Saturday, February 09, 2019

in Hanam and feeling fine

Route: Daecheong Tower, Seoul, to Baro Hotel, Hanam City
Steps: 38,954
Walk time: 383 minutes (101.7 steps/minute)
Calories burned: 4,338 (net 3,800-ish)
Pedometer distance: 18.68 miles (30.06 km)

Once again, the pedometer is exaggerating the distance I walked today. I'm pretty sure that Naver Map's estimate is closer to reality at 25.22 km. I know this mainly by feel: had I gone 30 km, I'd have been in far greater pain at the end of the walking day. But today was a short day, and while my feet are achy and my muscles are sore, I'm doing fine. Tomorrow, though, is going to be the real bitch.

I've taken a bunch of pictures, but I don't think I'll be uploading them until I'm back at my place. Sorry about that, but I haven't resolved my phone's technical difficulties.

The walk went faster this time, probably because I didn't wander around as much. I arrived at the Baro Hotel in Hanam City rather early—around 12:40 p.m. It was a great walk in beautiful weather, and a reminder of the walk I'd done in 2017. Instead of going straight to the hotel, I stopped at a McDonald's downtown for lunch. When I got to the Baro, I wondered whether the front-desk staffer was going to kick me out, but he gave me a room at the same price I'd paid two years ago. I could also tell he didn't want to hear any of my pleasantries ("I came here two years ago; this was the only hotel in the neighborhood that allowed me to have a room at this hour..."), so I simply stopped talking, received my electronic key, and went to my room. Once there, I dropped off my stuff, then walked across the street to the local 7-Eleven to buy drinks for today and water bottles for tomorrow.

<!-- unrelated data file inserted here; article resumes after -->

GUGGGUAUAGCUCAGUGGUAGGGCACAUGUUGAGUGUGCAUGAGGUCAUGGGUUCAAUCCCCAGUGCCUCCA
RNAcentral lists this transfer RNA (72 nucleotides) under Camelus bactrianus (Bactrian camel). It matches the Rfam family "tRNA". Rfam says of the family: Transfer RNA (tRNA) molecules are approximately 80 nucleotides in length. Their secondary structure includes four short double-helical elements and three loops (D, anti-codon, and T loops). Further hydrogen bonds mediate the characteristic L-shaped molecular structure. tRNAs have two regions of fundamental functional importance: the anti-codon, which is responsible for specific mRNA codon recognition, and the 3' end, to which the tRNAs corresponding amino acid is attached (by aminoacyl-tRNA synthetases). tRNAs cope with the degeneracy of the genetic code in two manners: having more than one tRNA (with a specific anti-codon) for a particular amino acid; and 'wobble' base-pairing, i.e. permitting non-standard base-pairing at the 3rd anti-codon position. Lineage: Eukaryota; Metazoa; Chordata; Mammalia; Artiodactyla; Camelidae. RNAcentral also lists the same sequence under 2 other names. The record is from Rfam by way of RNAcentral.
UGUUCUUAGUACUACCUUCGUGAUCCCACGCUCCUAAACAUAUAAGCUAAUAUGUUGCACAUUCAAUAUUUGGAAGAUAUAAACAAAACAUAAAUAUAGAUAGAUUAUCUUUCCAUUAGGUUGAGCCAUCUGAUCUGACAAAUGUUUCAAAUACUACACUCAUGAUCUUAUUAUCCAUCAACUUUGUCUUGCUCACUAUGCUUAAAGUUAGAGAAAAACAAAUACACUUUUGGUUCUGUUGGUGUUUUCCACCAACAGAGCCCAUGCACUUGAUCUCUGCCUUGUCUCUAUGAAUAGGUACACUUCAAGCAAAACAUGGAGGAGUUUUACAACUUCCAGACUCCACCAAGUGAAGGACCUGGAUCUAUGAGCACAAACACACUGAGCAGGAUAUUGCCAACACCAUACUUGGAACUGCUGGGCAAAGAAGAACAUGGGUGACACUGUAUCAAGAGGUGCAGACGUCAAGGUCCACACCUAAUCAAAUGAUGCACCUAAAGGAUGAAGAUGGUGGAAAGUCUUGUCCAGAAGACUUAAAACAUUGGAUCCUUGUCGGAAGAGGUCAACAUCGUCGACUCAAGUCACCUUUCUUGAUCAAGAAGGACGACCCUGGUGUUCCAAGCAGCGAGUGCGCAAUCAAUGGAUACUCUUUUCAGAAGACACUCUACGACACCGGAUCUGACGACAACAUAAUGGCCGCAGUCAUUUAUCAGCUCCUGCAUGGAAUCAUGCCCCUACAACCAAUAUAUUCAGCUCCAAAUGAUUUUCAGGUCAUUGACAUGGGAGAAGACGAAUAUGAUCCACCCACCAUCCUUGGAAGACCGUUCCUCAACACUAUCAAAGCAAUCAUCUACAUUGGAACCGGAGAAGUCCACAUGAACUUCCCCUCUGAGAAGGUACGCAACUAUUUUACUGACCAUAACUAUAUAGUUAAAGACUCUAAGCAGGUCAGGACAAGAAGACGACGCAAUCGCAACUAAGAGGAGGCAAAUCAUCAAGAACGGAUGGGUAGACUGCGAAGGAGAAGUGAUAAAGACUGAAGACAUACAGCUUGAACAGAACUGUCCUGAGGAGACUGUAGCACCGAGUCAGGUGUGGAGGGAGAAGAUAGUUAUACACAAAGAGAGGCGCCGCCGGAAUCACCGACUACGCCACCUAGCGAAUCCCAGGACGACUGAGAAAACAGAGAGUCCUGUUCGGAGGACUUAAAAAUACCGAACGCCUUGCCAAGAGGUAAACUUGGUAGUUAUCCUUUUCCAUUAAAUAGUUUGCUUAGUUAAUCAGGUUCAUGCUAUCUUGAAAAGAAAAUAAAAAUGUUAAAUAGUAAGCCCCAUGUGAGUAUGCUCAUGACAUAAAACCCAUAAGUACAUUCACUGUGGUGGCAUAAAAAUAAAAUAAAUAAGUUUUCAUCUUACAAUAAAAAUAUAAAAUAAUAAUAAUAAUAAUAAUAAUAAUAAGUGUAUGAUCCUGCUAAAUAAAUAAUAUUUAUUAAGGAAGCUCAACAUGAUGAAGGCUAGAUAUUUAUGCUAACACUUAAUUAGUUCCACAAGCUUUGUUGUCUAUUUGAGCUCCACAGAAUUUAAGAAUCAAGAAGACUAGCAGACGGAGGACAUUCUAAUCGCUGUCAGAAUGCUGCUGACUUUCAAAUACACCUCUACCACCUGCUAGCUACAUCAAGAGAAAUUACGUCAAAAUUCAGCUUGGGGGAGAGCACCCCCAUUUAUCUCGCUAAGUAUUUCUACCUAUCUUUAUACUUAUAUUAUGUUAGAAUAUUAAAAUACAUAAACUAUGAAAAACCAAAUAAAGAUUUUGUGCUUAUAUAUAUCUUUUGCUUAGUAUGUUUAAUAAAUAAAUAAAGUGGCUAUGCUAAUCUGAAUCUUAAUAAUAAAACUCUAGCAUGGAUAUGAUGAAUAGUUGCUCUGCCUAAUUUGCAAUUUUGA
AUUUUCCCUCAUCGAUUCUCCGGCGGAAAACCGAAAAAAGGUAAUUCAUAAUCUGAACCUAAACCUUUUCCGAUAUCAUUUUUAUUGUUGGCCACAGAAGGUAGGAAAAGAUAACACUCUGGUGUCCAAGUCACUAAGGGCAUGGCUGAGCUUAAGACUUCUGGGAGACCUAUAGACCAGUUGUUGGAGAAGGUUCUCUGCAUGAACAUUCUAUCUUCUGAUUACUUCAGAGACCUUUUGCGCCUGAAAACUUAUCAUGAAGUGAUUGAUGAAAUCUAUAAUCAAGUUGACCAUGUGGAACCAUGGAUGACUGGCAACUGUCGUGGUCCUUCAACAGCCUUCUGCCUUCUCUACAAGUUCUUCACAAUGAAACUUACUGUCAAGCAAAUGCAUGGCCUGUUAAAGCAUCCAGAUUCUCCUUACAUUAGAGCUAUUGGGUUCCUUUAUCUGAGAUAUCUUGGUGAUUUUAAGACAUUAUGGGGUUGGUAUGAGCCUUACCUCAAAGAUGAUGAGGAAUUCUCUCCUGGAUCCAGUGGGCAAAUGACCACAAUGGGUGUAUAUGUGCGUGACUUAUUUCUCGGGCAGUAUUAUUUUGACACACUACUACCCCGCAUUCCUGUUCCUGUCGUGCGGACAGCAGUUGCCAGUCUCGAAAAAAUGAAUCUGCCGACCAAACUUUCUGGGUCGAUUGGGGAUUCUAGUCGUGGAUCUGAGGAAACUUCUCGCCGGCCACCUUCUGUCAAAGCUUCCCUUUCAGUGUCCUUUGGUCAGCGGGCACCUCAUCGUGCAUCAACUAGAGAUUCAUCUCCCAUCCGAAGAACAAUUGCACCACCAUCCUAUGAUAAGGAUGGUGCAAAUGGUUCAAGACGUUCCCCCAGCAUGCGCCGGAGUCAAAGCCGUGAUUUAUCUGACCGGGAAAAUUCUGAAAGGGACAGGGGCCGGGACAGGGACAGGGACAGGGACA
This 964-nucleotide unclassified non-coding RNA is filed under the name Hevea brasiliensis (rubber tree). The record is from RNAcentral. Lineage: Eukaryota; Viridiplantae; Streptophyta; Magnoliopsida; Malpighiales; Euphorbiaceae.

The big lesson learned today was one I already knew but hadn't experienced directly: cold weather is the enemy of batteries. My phone's battery went from 30% charged to empty in an instant, right as I was trying to take a picture of some lovely local scenery. Irritated when I couldn't revive the phone, I switched out the battery with one that I knew was nearly fully charged. After popping it in and restarting the phone, I saw the battery was 96% charged... but a minute or two later, my phone's screen faded, and a "battery extremely low" message popped up. And once again, I was unable to take any photos. So I pulled out the big guns: my portable power supply which, thankfully, began charging the phone and did not itself go dead on me. Just to make sure the power supply and the battery didn't crap out, I tucked both into the chest pocket of my windbreaker, which was under my winter coat and therefore quite warm thanks to body heat. I let the phone charge, still unable to believe the battery had gone from 96% to nil in such a short time. Because the power outage happened when I was only two kilometers away from my destination, I knew I needed to restore the phone so I'd be able to navigate the final twists and turns to the Baro Hotel. Up to that point, the walk had basically been a straight shot along the Han River.